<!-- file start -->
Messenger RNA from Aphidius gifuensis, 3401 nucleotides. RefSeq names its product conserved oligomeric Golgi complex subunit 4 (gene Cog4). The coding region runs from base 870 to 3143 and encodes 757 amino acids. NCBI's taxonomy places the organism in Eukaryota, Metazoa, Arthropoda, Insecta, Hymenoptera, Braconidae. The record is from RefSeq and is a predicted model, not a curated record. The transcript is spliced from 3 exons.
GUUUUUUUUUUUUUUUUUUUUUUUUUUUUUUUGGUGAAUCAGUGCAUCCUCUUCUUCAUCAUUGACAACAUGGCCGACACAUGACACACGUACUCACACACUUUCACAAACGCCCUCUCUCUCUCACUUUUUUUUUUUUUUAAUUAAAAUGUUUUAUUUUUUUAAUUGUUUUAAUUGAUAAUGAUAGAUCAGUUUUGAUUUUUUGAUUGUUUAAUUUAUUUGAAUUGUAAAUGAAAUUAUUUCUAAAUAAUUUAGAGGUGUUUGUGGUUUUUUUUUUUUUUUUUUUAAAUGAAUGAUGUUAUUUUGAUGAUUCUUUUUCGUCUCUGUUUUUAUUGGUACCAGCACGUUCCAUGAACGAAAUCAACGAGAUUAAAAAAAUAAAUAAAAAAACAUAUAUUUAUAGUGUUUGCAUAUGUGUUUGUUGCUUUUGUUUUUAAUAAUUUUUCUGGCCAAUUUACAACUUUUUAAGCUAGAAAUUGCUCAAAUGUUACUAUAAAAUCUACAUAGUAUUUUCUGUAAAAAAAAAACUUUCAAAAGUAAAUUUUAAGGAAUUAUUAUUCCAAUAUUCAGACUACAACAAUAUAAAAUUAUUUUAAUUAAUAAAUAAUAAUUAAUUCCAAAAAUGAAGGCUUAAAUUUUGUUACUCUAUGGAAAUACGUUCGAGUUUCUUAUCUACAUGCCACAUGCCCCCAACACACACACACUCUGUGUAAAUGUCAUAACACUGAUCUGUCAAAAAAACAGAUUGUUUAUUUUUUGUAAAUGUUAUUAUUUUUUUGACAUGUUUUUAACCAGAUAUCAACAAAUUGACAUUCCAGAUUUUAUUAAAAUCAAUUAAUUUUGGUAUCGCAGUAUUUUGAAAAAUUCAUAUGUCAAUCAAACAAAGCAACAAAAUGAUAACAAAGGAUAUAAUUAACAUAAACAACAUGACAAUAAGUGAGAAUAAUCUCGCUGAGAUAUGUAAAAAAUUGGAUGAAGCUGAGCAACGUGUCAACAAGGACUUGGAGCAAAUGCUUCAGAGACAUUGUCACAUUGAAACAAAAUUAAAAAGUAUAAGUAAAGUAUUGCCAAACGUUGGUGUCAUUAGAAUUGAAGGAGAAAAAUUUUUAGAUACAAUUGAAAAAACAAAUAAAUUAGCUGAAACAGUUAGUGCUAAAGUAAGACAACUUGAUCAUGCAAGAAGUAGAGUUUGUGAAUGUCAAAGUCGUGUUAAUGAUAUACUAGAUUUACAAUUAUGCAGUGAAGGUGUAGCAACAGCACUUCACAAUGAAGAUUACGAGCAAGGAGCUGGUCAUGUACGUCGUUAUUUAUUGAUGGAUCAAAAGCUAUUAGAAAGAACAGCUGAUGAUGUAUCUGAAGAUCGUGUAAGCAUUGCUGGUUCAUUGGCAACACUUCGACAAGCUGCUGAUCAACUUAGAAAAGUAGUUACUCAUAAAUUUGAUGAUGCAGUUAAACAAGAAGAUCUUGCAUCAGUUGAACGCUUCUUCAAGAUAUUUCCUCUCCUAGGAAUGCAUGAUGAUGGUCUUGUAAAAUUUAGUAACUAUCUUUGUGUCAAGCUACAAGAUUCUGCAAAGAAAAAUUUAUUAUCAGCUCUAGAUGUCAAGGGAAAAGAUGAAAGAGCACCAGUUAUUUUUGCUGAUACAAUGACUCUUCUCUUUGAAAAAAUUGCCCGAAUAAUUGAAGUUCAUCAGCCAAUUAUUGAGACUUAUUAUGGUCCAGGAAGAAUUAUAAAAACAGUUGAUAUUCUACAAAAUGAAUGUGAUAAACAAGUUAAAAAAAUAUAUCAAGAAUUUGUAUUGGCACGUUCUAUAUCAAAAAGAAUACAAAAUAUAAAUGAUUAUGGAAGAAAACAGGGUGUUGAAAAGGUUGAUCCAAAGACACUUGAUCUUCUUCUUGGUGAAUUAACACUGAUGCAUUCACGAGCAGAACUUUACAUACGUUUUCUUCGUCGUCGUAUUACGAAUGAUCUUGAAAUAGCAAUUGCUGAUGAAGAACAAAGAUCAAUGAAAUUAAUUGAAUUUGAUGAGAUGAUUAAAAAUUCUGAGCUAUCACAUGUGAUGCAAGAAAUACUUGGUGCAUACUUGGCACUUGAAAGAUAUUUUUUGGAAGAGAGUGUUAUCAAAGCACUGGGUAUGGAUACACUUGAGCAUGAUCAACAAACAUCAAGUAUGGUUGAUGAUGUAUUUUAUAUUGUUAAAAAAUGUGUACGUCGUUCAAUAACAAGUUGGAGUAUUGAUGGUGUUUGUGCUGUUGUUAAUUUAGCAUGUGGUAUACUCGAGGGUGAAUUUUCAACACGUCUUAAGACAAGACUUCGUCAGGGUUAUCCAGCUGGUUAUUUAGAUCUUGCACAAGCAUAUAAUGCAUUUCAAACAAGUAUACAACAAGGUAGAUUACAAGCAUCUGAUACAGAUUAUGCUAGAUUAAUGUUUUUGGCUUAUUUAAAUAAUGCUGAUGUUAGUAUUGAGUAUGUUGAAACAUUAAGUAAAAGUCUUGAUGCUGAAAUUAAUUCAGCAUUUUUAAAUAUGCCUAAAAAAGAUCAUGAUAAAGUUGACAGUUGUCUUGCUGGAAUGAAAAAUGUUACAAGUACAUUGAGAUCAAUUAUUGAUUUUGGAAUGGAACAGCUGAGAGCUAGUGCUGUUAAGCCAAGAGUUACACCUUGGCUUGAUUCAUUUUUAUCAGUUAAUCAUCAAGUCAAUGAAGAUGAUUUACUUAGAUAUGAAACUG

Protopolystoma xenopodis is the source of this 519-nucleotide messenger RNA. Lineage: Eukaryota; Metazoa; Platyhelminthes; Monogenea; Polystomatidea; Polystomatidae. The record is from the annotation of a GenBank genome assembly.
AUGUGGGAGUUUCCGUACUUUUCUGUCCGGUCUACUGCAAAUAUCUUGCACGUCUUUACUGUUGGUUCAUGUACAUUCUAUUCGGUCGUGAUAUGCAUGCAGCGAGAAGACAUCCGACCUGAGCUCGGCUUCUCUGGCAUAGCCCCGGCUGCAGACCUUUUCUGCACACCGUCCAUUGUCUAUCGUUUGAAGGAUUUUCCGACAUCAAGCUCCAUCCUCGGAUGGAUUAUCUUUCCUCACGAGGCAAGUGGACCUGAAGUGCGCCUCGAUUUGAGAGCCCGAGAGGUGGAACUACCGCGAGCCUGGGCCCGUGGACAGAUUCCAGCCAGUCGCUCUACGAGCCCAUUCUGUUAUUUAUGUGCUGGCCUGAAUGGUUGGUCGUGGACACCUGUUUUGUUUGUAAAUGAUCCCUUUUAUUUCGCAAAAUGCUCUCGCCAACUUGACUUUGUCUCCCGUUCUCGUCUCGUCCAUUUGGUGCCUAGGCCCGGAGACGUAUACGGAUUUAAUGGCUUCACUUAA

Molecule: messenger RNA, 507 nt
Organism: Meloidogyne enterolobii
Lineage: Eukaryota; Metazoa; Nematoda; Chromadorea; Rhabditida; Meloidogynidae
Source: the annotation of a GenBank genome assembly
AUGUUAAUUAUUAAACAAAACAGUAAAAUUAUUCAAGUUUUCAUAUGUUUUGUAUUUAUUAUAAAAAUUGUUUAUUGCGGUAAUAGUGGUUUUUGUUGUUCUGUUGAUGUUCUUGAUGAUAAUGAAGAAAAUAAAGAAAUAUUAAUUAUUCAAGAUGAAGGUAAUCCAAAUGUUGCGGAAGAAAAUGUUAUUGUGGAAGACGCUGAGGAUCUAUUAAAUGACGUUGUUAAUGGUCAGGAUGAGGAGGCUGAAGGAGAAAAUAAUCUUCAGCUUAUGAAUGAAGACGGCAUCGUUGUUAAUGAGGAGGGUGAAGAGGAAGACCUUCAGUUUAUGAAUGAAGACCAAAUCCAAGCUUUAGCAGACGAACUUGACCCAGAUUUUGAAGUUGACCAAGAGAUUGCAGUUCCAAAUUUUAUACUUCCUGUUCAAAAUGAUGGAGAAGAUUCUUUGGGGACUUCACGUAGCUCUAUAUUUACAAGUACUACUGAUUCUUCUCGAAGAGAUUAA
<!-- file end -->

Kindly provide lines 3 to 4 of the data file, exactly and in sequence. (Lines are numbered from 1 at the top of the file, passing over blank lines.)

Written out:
Protopolystoma xenopodis is the source of this 519-nucleotide messenger RNA. Lineage: Eukaryota; Metazoa; Platyhelminthes; Monogenea; Polystomatidea; Polystomatidae. The record is from the annotation of a GenBank genome assembly.
AUGUGGGAGUUUCCGUACUUUUCUGUCCGGUCUACUGCAAAUAUCUUGCACGUCUUUACUGUUGGUUCAUGUACAUUCUAUUCGGUCGUGAUAUGCAUGCAGCGAGAAGACAUCCGACCUGAGCUCGGCUUCUCUGGCAUAGCCCCGGCUGCAGACCUUUUCUGCACACCGUCCAUUGUCUAUCGUUUGAAGGAUUUUCCGACAUCAAGCUCCAUCCUCGGAUGGAUUAUCUUUCCUCACGAGGCAAGUGGACCUGAAGUGCGCCUCGAUUUGAGAGCCCGAGAGGUGGAACUACCGCGAGCCUGGGCCCGUGGACAGAUUCCAGCCAGUCGCUCUACGAGCCCAUUCUGUUAUUUAUGUGCUGGCCUGAAUGGUUGGUCGUGGACACCUGUUUUGUUUGUAAAUGAUCCCUUUUAUUUCGCAAAAUGCUCUCGCCAACUUGACUUUGUCUCCCGUUCUCGUCUCGUCCAUUUGGUGCCUAGGCCCGGAGACGUAUACGGAUUUAAUGGCUUCACUUAA